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Open-source Mic Talks at AOL


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An open-source mic talk for AOL

Published in: Technology, News & Politics
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Open-source Mic Talks at AOL

  1. 1. Sorry! That was honestly the best slide you’re going to see in this talk.
  2. 2. Who am I?• JavaScript & UI Developer, AOL.• Write for ScriptJunkie, Smashing Magazine, my blog and others on JS.• JavaScript & jQuery Evangelist• Also involved in the jQuery Project
  3. 3. Some Quick History• jQuery is a JavaScript library that simplifies DOM selection and manipulation• Released in Jan 2006 by John Resig• Project has grown to be used by over 50% of the top 10,000 sites online.• There are approximately 19 million known sites using the library
  4. 4. Usage Statistics
  5. 5. What do we use jQuery for?• Used across Aol for cross-browser DOM manipulation, animation & effects.• Occasionally combined with projects like Backbone, JMVC, KnockoutJS etc.• We use it in Agora,VIVAD and other projects
  6. 6. What does the project offer?• jQuery (core)• jQueryUI• jQuery Mobile• Sizzle• QUnit
  7. 7. Some interesting facts• jQuery is now almost completely community-driven.• John Resig is still actively involved in managing releases, project direction.• Some businesses provide OSS hours to staff just to work on projects like jQuery (eg. Bocoup)
  8. 8. Organisation structure• Executive board• Voting members - primarily U.S based, handle voting on donation fund usage• Sub-teams - Developers that: • Write patches for core • Review bugs/triage and document • Design, handle operations and more.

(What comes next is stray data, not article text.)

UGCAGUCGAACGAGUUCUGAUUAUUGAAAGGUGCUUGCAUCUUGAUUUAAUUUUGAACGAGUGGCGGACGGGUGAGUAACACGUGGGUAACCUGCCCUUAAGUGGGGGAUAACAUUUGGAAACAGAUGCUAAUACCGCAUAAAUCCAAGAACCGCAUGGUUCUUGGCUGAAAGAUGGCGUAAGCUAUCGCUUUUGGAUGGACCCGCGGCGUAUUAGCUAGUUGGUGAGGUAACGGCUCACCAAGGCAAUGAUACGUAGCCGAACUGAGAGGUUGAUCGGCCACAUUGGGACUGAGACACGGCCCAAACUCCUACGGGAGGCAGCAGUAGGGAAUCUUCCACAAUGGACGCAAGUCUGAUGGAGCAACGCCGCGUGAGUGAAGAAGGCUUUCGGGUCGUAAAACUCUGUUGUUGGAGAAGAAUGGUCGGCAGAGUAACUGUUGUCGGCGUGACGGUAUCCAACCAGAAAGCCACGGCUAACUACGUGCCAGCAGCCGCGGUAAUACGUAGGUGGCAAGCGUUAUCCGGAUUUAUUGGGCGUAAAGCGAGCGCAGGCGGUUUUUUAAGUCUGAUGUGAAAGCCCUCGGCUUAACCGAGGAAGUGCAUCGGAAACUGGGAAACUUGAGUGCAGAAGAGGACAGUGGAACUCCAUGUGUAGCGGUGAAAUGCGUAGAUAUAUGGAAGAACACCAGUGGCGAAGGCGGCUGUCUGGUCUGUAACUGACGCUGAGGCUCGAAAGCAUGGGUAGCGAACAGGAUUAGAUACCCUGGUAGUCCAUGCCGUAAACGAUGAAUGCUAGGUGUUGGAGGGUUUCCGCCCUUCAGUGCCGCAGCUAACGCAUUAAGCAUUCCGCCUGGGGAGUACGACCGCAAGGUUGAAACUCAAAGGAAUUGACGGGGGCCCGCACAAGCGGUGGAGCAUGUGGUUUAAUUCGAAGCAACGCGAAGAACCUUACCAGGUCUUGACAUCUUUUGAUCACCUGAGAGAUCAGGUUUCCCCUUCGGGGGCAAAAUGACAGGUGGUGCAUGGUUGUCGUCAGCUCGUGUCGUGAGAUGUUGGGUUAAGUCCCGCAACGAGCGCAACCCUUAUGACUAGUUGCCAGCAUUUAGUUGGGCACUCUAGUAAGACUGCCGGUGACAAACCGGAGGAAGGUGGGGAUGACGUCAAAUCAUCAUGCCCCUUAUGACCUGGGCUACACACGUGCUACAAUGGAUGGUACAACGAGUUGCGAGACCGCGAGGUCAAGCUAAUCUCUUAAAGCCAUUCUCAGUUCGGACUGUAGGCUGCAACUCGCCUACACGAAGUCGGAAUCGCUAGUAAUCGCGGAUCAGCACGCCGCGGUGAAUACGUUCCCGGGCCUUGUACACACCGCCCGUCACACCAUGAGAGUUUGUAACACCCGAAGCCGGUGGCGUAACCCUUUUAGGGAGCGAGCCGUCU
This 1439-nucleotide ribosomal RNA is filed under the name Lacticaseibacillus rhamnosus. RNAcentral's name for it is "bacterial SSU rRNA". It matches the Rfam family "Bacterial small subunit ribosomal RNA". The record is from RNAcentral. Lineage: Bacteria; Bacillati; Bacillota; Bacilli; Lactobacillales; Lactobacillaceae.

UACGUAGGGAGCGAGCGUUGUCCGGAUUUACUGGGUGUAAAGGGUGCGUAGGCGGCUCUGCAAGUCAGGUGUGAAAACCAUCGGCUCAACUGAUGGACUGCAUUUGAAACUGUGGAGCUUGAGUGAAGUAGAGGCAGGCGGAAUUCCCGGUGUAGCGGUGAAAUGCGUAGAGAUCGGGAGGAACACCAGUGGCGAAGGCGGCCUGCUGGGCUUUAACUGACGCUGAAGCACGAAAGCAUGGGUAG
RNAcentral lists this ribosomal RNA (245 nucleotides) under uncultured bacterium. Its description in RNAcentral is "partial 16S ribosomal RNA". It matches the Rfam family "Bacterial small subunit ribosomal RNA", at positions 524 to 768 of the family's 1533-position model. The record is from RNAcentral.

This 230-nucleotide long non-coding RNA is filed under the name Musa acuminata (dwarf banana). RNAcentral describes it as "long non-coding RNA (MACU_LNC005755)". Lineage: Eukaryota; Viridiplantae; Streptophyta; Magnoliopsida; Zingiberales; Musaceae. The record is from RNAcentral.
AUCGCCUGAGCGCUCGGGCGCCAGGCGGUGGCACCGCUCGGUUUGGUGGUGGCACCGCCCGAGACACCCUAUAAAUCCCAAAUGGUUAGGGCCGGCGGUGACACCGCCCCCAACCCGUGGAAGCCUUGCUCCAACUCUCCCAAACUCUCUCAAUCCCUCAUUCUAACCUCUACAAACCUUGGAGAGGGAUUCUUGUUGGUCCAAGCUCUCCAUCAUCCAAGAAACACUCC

9. 9. My involvement• Core bug triage team• API/Documentation team• jQuery Learning site team• Evangelism & Teaching
  10. 10. Bug Triage • Evaluate jQuery core bugs based on merit. Put together test cases if needed • Establish whether breakage is due to a recent change and if so what • Cross-browser test to confirm which browsers are effected • Discuss issues with team • If possible, suggest patches
  11. 11. Team achievements • Churned through 10-15 tickets a day for jQuery 1.4.3 • For 1.4.4 - 1.5.2 we heavily worked to keep this pace up • It’s now rare that a ticket isn’t reviewed within 2 days of submission (1.7)
  12. 12. Voting on features • Done before work is begun on a new major version • Community interested in HTML5 support, modular builds & more
  13. 13. Pros of getting involved• Lets you give something ‘back’ to the community• Contributing encourages you to fill in gaps in your knowledge• Great way to learn and get to vote on features before they land in a release• Opportunity to learn how a large open- source project works day to day
  14. 14. Challenges• Time - how do you get involved around work? isn’t it difficult?• How to spread yourself across projects• Time-zones - if they’re based in the U.S. How do you make that work for you?
  15. 15. More Challenges• Consistent availability - Do OSS projects care?• Paid work vs open-source work - do you consider the opportunity enough?• Level of skill - important to ensure you know what you’re doing.
  16. 16. Conclusions• There are 100s of really interesting OSS projects out there• You *don’t* need to have hours of free time each week to get involved. Just knowledge and an interest.• Give it a try! It’s worth the experience and the community loves all the help it can get.